still in school; if you want that specific chair or jazz band seat you
Going the Extra
Anyone can just show up and play their drums, but those that put in a little extra are more valued as a "team player". This often increases your job stability and overall reputation in the industry and sometimes even means extra compensation. The main thing is that you feel better about yourself for giving more in this world and that's reason enough to make the change!
READING MUSIC - Lessons w/ Mike Donovan
-Do you read music?
In 1996, I wanted to come off the road. I knew that this might possibly mean stepping back into the real world job-wise so I taught myself to type in preparation for a "decent" job in the workplace. I knew that computers were now dominant in our society and if I was going to compete, Id better learn to do something more than hunt and peck. I now, 12 years later, type 683,000 words per minute (or something like that :).
So you say, .. "Hey, 'I hunt and peck' and I have a job at Microsoft as 'Systems Analyst IT Engineer blah, blah,..'. Well OK, so it does happen that some real smart people make out just fine 'hunting and pecking'. But let's step back into the music world for a minute. Can you imagine yourself at a Dave Matthew's Band audition and they throw a chart in front of you to read? What will you do, ask them if they have it in 'tab' format?
I say, "Learn to Read. Dont get caught up in that crap about.. Well, Buddy Rich didnt read " or "Dennis doesnt read etc. Its a cop-out! Those guys are (were) exceptions to the rule. You need to have a firm understanding of basic rhythmic theory (and harmony if possible) to compete in this highly competitive field. You cant afford to be second best. You must have all your bases covered because if you don't, there are 50 other drummers standing by ready to take your place. (Actually, there are 500 drummers standing by ready to take your place. :)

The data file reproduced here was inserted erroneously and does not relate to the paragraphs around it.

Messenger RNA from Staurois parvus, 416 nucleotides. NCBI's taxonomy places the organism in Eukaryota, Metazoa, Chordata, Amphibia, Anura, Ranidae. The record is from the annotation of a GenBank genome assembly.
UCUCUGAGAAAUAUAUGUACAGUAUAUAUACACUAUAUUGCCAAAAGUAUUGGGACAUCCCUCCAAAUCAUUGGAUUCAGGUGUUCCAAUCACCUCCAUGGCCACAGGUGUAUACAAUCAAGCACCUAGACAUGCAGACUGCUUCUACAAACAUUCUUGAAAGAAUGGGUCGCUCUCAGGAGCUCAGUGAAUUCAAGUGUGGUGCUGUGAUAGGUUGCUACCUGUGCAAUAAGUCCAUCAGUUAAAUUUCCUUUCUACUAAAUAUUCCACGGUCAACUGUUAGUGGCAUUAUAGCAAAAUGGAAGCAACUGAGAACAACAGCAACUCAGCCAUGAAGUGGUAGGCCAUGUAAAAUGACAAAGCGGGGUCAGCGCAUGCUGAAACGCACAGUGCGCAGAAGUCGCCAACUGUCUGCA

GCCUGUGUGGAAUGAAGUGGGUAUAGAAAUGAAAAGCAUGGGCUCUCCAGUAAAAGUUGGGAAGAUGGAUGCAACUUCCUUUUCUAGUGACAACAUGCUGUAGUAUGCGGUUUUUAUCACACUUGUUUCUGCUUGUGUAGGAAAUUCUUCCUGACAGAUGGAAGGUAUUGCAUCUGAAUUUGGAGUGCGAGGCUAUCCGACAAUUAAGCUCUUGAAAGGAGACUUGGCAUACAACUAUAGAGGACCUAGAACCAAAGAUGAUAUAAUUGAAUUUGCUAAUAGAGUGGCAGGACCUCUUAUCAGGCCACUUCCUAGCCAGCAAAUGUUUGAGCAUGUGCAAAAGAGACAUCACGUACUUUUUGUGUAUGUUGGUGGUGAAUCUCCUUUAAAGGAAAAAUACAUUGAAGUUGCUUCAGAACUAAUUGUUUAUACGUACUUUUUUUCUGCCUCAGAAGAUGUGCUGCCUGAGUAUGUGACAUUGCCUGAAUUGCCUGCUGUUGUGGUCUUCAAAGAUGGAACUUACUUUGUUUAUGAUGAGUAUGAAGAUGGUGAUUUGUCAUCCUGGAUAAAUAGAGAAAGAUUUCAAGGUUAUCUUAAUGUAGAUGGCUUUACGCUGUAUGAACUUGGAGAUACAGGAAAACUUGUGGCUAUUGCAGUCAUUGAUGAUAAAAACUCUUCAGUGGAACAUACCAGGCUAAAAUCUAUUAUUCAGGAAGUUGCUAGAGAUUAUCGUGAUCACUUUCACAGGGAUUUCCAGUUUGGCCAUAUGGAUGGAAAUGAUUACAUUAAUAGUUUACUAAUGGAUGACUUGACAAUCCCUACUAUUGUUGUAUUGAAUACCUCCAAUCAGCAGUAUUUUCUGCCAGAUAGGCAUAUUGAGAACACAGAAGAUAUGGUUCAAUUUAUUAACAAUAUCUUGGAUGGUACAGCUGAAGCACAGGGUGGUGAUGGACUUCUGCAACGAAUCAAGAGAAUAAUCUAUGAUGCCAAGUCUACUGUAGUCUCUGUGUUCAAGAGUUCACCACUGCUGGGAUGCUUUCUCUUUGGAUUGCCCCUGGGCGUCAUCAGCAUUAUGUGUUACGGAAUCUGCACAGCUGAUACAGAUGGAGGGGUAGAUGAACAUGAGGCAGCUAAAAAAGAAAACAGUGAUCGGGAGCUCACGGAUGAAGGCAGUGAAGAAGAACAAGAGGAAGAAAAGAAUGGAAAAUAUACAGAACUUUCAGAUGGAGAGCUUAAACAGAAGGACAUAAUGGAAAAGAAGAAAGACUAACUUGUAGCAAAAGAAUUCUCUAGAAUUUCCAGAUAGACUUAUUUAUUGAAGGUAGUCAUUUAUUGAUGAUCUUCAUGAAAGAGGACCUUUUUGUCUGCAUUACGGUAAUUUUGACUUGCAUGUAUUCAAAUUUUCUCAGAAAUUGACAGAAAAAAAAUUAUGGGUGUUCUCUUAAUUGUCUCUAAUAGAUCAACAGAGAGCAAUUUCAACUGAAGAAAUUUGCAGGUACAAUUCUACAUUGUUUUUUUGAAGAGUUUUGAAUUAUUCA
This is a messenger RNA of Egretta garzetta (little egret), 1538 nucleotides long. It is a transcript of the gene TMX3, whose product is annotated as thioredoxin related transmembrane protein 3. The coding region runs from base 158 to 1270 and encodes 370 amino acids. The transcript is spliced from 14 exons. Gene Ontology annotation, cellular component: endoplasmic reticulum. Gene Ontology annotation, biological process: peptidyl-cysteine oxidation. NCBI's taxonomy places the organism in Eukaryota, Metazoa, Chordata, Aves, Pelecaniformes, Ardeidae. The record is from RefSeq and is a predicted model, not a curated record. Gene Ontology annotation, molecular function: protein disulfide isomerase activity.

Why not be "great" at playing drums rather than "mediocre". It's so much more fulfilling. Reading will give you the tools to get to that next level. You'll not only have a better understanding of what you're playing but you'll be able to execute this knowledge into a better performance overall.
Consider taking drum lessons with a private teacher and letting them help you learn how to read music. Once you get the ball off the ground and rolling, its not really that bad. It just takes a little bit of courage and determination to get started and, with a little stick-to-itiveness, youll be reading in no time. I promise.
10 Reasons You Should Learn to Read Music:
1. It builds
confidence in your ability on drums and
be able to teach yourself anything out of
3. You can
supplement your income with drum lessons.
are great gigs to be had out there but some of
5. You can
communicate intelligently with other
6. When learning
new songs, you can write out drum
7. You can program sequencers in step mode.
8. It is
easier to learn musical concepts as well as other
9. Most studio
work, show work and more challenging
find that many higher caliber players read music.
(R) L R R - (L) R L L
R (L) R R - L (R) L L
R L (R) R - L R (L) L
R L R (R) - L R L (L)
PARADIDDLE-DIDDLES ..on Drumset
Play the following sticking on the hi-hat: RLRRLL, RLRRLL (This is a paradiddle-diddle)
Put the bass drum on the first note of the first grouping and the snare on the first note of the second grouping (there will not be a HH on that note).
This pattern creates a 16th note triplet groove that sounds great intermittently inserted over a straight eighth feel.
A terrific exercise:
Repeat over and
over until you build up your speed. This is
R l r r, L r
l l, R l r l r l r r, L r l r l l, R l r l r r, L r l l
HOW TO GET GIGS
Where to look:
your local newspaper, music papers, Internet classifieds,